Bluebells may not be top of your list when it comes to naming things most likely to be found on a small island with no trees, yet Skomer somehow manages to produce a display to rival any of our ancient woodlands. At this time of year whole swathes of the island turn purple-blue and we were lucky enough during our trip to catch the display near its peak.

P1130123 - Skomer Bluebells
P1130144 - Skomer Bluebells
P1130152 - Skomer Bluebells

Why though are there Bluebells here at all? To answer that question we have to travel back between two thousand and five thousand years to a time before human occupation when Skomer was covered in extensive Oak and Birch scrubland. Such conditions would have been ideal for Bluebell growth with the trees providing the necessary shelter from strong winds and bad weather which often batter the island. It was only with the arrival of early settlers during the thirteenth century that the landscape began to change as trees were felled to provide construction materials and to make way for new fields and grazing pasture. The end results of that process speak for themselves but somehow the Bluebells managed to hang on and today survive with Bracken providing the shelter once afforded to them by Oak and Birch.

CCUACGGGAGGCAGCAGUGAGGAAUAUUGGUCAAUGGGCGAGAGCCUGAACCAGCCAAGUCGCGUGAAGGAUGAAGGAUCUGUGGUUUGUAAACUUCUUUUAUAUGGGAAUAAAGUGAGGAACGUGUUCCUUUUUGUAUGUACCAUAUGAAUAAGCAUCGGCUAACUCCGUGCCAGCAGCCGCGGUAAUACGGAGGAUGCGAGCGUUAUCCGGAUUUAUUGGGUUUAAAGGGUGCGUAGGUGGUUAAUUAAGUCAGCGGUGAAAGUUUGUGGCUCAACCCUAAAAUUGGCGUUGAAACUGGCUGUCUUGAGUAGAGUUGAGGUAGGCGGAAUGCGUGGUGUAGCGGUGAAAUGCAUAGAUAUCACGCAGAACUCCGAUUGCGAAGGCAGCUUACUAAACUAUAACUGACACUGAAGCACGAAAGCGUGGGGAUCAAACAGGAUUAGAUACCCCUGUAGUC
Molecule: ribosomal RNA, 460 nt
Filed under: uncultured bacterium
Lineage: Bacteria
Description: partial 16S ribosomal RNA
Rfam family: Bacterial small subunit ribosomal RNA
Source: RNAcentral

Skomer Bluebells
P1130155 - Skomer Bluebells
P1130158 - Skomer Bluebells

Needless to say that when in full flower the display is breathtaking and has the added bonus of providing cover for both nesting birds and fledglings alike. Often during our walk we’d spot an Oystercatcher creeping along or glimpse one of the many ground nesting Gulls peeking their heads out from amongst the fragrant camouflage. I can certainly think of worst places to try and raise a family.


Unknown · June 10, 2015 at 7:56 am

Lovely blue fields.

Phil Slade · June 10, 2015 at 1:07 pm

Not having been to Skomer but knowing it as a rocky outcrop, I would never have imagined the island would be swathed in Bluebells. It truly is a lovely and unexpected sight and thanks for the explanation.

holdingmoments · June 18, 2015 at 10:04 am

Amazing sight, and like Phil said, thanks for the explanation. Nature fighting back.

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